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And now for what I’ve down with that hideous backyard. These are the two 10 x 10 organic layered garden beds on the northwestern corner of the property. I used the process of lasagna gardening, and began with cardboard I more or less dumpster dived for. Who knew it would be so hard to find large amounts of cardboard? My suggestion: don’t go looking the day after recycling day. On top of the cardboard varies from garden to garden as I ran out of materials as I went but mostly goes like this: half composted leaves, compost, composted horse manure, composted wood chips, dirt, leaves, dirt, peat moss, topped off with premium blend gardening soil. All the layers are about 3-4″ thick.

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This is a third bed I added almost as an afterthought, but am glad I did, as I have many many seeds to plant and need all the garden space I can manage. The gravel was completely removed and replaced with many inches of wood chips. I probably laid down about 8″ here.

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This funky little garden came at the suggestion of a friend when I was trying to figure out where to put my climbing plants. I attached the netting, left over from our chickens, to the gutters with twine and staked them down. Then I created a meandering wood chip path with small patches of soil and manure to use for shade loving plants such as lettuce.  This part of the yard gets much less light than the rest.

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So what have a got in mind for plants? Well…a lot. I actually have so many seed starts and so little room in the garden that my thought is to start a small garden stand in the front of the house where I can sell the excess seedlings to my lovely neighbours. Here you can see my very spindly cauliflower which I am going to restart as they go too little light in the crucial first week. Behind them, you can just see the curling leaves of Florence fennel.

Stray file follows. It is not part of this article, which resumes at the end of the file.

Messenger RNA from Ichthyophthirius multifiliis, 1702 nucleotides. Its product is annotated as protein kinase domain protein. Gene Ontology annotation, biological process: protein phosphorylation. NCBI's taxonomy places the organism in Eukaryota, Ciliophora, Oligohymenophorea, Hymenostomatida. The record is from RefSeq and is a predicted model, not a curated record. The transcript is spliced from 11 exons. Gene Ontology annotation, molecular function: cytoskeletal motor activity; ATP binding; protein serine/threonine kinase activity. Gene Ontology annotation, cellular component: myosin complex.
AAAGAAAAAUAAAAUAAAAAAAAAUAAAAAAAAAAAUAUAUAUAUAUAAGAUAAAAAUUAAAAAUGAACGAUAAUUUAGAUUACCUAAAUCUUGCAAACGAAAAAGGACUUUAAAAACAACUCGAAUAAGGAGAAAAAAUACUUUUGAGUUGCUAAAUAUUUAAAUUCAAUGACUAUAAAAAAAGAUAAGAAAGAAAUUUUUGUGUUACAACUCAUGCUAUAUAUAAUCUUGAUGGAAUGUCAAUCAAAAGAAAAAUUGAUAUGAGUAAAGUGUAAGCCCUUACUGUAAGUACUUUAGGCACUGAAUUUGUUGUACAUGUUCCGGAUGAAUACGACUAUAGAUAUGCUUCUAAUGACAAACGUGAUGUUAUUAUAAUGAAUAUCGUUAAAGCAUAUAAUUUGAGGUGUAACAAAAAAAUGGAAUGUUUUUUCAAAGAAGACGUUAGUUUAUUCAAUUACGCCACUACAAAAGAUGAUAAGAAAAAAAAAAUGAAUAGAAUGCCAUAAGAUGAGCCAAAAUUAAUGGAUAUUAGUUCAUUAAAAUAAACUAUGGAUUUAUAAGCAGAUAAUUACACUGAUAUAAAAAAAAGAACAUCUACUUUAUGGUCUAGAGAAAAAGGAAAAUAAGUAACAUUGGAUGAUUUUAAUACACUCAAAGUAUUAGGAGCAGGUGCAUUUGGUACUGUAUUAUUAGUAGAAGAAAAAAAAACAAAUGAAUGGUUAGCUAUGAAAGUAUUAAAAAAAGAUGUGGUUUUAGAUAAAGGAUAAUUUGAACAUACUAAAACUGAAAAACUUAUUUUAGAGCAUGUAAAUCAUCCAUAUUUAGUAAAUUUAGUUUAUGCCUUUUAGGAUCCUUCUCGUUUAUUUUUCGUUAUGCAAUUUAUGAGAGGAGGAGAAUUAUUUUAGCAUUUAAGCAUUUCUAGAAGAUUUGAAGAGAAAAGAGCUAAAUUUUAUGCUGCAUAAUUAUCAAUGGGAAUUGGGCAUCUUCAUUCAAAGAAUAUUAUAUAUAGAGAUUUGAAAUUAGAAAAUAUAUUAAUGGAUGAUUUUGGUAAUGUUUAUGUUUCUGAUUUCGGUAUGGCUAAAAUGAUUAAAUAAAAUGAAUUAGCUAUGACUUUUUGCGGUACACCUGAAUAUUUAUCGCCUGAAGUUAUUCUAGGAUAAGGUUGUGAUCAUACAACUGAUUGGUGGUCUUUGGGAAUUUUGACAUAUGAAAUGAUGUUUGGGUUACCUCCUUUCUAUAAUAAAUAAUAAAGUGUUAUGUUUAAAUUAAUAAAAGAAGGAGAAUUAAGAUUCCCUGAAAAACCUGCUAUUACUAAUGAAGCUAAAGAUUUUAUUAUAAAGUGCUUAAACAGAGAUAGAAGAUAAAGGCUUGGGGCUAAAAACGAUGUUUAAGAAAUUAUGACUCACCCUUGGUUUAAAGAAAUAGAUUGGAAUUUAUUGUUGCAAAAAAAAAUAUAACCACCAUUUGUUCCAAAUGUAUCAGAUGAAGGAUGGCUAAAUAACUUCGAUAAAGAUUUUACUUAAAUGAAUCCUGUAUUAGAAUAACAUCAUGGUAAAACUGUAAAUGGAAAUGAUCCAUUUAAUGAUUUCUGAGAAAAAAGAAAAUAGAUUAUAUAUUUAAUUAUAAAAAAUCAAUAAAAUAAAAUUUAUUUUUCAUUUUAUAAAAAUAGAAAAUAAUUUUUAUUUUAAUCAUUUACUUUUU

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I’ve also planted leeks, walla walla onions and shallots.

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The last thing I planted was Chocolate Beauty Peppers, which are a beautiful brownish purple sweet pepper. I have these on heat mats in the living room.

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The rest of what I plan on planting (All my seeds are from West Coast Seeds, Saltspring Seeds, Eagleridge Seeds and Hawthorn Farm):

Wild Pacific Strawberries
Green Sprouting Broccoli
Amazing Cauliflower
Snowball Cauliflower
Red Opal Basil
Rainbow Chard
Purslane
Sugar Ann Snap Peas
Olympia Spinach
Old German Tomatoes
Black Krim Tomatoes
Lednicky Lettuce Blend
Burgess Buttercup Squash
Cilantro
Gladiator Parsnip
Jalapeno Peppers
Early Butternut Squash
Starburst Radish
Bulb Scallions
Rainbow Carrots
Marion Rutabaga
Super Gourmet Lettuce Blend
Purple Peacock Pole Beans
Scarlet Emperor Beans
Gnadenfeld Melon
Peaches and Cream Corn
Zucchini
Ching Chang Bok Choy

2 comments to Organic Layered Gardens

  • Oh, I want a garden in our backyard! I just know it’s going to be devoured by our crazy Montreal gray squirrels unless I cover the whole thing with netting or wire (which people pretty much have to do)… Hmm… well, at least I have time to think about it. We still have a thick layer of snow here!
    Michelle recently posted..Herriott GraceMy Profile